Game 2: Win, mulled a 0 land hand into a 3 land one, opponent was mana short so I got an aggro win (1st turn Diregraf Ghoul, second turn Vampire Interloper, third turn Avacynian Priest)
Game 3: Loss, an exceptionally long game, huge number of key cards at different times. Managed to get mana flooded (made first 12 land drops) after keeping a 4 land hand. Top key cards were Divine Reckoning and Bloodgift Demon on my side, and Geist-Honored Monk on my opponents. I still have an 0-x recond vs Geist-Honored Monk.

So reading this report, we see:

I have a 3-0 record when I don't muligan, get mana flooded or mana shorted. 2-3 in muligan or mana flood games. The difference making cards on my side most often were Bloodgift Demon and Sever the Bloodline (Actually, looking back on it, it would be insane if they weren't) The top card on my opponent's side in the match I lost was Geist-Honored Monk, a card I believe I have yet to defeat, and in the final game my opponent cast the Monk at a point where it was literally the only card in his deck that would have saved him. 
It doesn't matter how many games you report or how much data you have.  None of it changes the fact that what you are describing is not specifically about Innistrad.  Given a reasonably equal skill level, every game of Magic in every format will come down to who gets the better/more relevant cards.  You could say that it's a problem of limited in general that certain rares seem to be "I win" cards, but that's something everybody already knows and just has to live with.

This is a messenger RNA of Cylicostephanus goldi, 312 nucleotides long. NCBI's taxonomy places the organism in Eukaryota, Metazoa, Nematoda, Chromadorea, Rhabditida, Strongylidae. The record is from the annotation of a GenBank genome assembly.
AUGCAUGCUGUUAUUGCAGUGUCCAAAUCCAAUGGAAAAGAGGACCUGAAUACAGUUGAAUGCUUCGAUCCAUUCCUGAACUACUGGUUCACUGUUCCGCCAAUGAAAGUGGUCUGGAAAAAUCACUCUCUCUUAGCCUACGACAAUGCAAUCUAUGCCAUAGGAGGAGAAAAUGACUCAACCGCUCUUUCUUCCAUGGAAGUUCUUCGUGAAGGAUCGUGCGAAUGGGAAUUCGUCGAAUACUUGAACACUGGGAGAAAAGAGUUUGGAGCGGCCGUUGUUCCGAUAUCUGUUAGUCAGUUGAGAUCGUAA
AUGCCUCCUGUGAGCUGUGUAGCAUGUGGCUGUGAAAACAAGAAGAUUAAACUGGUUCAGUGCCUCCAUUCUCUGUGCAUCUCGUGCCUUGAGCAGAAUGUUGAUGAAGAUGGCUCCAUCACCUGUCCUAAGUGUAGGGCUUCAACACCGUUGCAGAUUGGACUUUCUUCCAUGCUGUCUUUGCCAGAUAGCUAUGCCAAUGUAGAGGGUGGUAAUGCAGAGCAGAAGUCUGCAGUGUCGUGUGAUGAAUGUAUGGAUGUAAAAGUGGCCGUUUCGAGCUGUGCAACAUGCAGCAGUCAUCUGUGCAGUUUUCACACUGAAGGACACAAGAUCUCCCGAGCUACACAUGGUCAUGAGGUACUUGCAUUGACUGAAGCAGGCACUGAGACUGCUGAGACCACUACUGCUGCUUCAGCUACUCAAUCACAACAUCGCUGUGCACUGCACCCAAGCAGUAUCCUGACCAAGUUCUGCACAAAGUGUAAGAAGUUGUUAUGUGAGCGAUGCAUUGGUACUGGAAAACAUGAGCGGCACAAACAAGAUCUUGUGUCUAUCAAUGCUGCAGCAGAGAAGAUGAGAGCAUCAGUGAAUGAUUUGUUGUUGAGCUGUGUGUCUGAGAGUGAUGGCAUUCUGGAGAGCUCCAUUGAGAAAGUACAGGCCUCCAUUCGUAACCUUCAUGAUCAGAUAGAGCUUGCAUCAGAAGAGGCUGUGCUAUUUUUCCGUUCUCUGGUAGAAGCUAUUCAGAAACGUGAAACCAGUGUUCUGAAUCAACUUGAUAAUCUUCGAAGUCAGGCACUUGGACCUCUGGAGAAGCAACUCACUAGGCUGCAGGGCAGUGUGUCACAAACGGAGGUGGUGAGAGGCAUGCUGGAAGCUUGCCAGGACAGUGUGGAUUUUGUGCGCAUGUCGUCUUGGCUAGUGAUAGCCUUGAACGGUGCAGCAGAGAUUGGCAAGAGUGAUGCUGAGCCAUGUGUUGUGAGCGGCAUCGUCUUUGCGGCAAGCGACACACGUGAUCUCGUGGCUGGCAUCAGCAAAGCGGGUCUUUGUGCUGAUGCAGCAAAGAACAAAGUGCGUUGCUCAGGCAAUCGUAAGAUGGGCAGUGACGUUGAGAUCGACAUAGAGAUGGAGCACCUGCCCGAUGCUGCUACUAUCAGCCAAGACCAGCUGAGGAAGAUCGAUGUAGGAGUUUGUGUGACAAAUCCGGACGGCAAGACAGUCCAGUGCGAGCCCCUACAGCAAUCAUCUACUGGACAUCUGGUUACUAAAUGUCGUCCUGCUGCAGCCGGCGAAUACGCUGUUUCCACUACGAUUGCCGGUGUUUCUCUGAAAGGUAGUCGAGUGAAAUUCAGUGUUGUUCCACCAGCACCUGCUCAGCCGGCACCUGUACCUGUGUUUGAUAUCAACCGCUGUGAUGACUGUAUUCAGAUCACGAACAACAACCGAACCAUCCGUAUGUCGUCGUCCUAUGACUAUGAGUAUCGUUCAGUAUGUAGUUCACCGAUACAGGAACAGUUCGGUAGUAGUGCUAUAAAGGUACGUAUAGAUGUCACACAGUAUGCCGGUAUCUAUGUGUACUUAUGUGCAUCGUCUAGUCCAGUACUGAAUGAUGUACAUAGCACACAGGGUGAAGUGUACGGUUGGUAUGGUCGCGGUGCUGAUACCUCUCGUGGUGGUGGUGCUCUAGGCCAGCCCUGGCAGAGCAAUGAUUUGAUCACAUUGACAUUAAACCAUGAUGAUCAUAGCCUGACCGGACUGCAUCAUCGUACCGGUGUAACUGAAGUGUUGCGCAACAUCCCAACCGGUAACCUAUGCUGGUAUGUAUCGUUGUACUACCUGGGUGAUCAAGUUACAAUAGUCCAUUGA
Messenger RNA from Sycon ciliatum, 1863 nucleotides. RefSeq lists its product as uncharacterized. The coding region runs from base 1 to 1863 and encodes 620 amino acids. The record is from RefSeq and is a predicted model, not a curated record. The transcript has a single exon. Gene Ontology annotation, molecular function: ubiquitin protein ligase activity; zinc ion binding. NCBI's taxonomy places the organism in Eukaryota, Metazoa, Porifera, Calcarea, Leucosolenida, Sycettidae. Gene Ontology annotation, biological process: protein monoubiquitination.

I've followed this thread on the edge of my seat and I can add these three things:

1. It's "losses", not "loses" when you talk about how many "losses" you have
2. It's "mulligans", not "muligans"
3. Of course you're going to lose more games when you start a card or two short or when you have bad luck with mana. Do you have a comparison with other sets that shows that Innistrad is worse in this way than any other block? Also, as another poster pointed out, you are one person. No matter how many games you log, it's possible that your play style or skill level affect how many games you win or lose in each of these situations. I mean, if you're a perfect player - you always make the perfect play - then how are you going to lose? By luck. If Innistrad were truly "dominated" by luck issues as you seem to think, then you wouldn't have an 80% win rate (or whatever it is). You'd have close to a 50% win rate, because it wouldn't matter how much you outplayed your opponent. Whoever got luckier would win most of the time, which would be 50/50 to each of you.